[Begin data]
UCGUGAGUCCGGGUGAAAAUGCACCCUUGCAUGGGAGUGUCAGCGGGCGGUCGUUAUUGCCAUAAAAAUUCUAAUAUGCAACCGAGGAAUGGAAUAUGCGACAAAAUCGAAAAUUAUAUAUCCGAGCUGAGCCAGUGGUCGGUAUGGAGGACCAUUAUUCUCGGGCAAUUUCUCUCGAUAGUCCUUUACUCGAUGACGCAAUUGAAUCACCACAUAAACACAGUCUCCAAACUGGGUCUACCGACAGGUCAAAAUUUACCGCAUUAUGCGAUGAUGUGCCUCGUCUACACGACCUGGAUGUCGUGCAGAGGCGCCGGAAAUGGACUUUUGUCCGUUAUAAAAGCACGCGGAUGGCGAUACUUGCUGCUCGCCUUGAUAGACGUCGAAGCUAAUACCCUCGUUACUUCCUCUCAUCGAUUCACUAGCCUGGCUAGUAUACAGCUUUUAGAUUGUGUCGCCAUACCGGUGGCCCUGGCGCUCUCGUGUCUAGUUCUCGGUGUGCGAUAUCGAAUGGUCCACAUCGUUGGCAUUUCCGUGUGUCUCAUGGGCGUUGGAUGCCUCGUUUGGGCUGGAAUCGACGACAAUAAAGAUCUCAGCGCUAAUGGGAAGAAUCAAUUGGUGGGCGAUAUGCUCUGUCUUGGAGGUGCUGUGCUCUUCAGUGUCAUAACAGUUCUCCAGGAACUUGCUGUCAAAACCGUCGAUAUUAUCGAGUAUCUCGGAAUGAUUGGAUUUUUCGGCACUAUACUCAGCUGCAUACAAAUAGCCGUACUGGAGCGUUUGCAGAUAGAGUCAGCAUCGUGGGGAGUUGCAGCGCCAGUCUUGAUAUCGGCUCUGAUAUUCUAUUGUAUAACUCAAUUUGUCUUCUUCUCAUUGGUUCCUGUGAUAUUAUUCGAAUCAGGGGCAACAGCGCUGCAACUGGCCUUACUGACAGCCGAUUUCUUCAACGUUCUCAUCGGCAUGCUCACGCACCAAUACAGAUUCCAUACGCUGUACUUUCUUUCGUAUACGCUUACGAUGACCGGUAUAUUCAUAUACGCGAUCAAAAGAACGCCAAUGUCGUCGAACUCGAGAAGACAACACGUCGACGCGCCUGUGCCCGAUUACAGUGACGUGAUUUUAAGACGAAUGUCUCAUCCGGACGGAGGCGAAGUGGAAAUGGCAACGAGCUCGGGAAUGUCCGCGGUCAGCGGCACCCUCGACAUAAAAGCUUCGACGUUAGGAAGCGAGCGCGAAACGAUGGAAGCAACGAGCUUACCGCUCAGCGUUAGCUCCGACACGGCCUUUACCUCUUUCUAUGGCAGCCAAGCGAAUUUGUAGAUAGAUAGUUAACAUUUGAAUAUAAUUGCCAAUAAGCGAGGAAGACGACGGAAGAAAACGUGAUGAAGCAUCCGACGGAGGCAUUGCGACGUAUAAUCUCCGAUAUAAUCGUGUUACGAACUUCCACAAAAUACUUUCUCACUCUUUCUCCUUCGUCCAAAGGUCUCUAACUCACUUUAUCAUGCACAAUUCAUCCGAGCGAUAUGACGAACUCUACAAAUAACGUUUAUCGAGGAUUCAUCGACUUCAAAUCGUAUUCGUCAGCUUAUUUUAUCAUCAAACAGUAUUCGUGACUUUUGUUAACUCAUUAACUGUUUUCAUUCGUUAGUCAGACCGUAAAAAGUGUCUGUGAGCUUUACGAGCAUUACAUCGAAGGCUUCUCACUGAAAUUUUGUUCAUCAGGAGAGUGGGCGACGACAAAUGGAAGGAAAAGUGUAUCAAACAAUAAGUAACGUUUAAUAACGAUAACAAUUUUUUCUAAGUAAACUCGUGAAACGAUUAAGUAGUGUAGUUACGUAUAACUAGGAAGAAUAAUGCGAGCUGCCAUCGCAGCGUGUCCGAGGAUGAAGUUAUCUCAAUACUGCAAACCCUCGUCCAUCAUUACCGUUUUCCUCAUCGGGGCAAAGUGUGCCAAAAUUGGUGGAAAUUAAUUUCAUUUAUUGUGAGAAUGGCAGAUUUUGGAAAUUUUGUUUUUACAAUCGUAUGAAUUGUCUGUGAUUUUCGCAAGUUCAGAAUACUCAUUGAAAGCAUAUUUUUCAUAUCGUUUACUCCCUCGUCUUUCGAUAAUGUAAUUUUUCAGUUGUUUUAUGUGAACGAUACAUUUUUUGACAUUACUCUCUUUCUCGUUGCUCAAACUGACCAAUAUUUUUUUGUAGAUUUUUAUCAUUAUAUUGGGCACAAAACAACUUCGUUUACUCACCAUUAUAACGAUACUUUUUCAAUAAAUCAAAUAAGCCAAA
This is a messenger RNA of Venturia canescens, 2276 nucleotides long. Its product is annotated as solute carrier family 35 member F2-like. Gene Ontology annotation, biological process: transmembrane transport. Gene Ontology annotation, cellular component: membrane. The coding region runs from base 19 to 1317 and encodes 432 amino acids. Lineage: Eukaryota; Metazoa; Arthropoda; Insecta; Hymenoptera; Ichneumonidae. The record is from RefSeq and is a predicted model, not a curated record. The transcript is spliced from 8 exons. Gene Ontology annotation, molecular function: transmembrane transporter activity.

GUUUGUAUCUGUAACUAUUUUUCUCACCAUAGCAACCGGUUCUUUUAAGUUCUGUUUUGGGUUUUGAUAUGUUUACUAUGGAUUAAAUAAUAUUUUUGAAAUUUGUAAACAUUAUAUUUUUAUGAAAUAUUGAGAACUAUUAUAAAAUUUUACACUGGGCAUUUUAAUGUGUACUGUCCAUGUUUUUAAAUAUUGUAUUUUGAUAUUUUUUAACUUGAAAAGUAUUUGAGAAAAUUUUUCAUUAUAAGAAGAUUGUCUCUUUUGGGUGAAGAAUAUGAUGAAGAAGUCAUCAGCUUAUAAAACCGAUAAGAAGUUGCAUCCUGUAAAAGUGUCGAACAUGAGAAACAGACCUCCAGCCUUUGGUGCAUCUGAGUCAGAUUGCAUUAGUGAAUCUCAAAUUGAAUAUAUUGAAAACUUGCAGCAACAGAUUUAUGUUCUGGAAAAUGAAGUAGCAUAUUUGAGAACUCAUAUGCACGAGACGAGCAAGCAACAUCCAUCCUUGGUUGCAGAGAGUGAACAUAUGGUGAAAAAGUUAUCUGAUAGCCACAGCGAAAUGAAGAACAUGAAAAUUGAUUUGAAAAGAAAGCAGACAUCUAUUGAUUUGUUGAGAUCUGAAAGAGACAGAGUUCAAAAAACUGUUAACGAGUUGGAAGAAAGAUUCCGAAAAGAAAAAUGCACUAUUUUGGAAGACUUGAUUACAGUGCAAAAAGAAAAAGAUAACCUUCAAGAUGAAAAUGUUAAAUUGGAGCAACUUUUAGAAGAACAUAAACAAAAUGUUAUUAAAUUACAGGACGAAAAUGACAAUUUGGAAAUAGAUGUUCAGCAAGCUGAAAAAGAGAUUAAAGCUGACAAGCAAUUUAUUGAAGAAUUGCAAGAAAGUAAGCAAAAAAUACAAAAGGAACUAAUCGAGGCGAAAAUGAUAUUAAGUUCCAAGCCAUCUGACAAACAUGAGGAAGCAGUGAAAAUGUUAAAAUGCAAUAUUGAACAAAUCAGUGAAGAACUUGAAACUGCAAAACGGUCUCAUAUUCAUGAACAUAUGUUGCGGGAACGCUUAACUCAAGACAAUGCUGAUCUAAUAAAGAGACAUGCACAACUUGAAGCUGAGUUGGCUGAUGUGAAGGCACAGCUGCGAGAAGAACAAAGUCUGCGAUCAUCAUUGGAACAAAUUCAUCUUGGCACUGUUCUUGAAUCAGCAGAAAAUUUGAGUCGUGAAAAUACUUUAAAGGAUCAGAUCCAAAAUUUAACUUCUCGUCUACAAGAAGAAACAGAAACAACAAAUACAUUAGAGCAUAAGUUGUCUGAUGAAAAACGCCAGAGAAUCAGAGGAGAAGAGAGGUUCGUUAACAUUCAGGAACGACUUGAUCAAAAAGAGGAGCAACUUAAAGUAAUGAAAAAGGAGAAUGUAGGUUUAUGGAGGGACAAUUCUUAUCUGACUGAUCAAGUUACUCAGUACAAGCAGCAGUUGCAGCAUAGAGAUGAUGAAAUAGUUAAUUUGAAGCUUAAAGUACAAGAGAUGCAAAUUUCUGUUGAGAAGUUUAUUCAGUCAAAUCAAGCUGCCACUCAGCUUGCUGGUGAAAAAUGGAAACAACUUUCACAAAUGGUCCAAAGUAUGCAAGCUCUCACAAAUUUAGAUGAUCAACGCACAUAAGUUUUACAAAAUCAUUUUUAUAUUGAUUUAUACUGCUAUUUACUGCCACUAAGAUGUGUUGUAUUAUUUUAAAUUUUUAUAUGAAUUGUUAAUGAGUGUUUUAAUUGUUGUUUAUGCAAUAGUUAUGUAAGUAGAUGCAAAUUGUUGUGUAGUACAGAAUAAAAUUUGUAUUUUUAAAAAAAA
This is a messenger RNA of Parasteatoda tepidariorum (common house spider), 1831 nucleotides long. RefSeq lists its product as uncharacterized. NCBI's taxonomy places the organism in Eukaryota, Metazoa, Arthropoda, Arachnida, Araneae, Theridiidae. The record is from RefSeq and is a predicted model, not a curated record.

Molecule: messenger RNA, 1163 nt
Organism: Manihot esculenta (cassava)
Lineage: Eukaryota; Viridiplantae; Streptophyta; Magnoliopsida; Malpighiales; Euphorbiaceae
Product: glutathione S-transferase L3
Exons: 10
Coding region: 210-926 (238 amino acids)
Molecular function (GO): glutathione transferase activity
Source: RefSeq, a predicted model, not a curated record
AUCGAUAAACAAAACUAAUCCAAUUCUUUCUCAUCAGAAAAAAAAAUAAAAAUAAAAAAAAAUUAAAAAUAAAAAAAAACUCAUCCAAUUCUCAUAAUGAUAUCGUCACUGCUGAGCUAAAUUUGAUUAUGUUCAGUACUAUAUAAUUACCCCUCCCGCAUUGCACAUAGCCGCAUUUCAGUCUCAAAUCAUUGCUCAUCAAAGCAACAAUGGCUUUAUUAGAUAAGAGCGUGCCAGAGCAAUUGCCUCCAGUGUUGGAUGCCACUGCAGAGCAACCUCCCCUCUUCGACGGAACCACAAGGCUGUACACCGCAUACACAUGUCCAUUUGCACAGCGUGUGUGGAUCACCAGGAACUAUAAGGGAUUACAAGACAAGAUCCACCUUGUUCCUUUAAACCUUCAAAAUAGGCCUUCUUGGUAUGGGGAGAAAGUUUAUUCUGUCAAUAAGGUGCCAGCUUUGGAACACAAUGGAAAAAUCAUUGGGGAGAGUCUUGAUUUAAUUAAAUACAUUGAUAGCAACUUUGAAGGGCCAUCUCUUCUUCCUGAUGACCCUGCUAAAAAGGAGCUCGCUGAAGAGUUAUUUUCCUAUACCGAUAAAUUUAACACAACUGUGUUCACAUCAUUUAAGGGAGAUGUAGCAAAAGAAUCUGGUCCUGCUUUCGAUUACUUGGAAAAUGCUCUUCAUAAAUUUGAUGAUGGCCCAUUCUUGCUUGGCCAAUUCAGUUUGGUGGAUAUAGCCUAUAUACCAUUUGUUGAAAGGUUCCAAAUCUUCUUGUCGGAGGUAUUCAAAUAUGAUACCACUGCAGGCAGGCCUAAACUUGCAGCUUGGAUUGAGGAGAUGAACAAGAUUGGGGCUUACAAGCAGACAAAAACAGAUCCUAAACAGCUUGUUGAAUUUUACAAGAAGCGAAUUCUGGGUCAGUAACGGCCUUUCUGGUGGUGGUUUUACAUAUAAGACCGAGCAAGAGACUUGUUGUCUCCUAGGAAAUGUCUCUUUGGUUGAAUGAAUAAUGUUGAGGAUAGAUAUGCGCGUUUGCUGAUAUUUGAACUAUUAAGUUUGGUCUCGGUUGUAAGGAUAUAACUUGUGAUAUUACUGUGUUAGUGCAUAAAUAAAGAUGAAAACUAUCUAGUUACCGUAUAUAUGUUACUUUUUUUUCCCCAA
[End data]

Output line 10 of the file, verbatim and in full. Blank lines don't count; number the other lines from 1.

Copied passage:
Coding region: 210-926 (238 amino acids)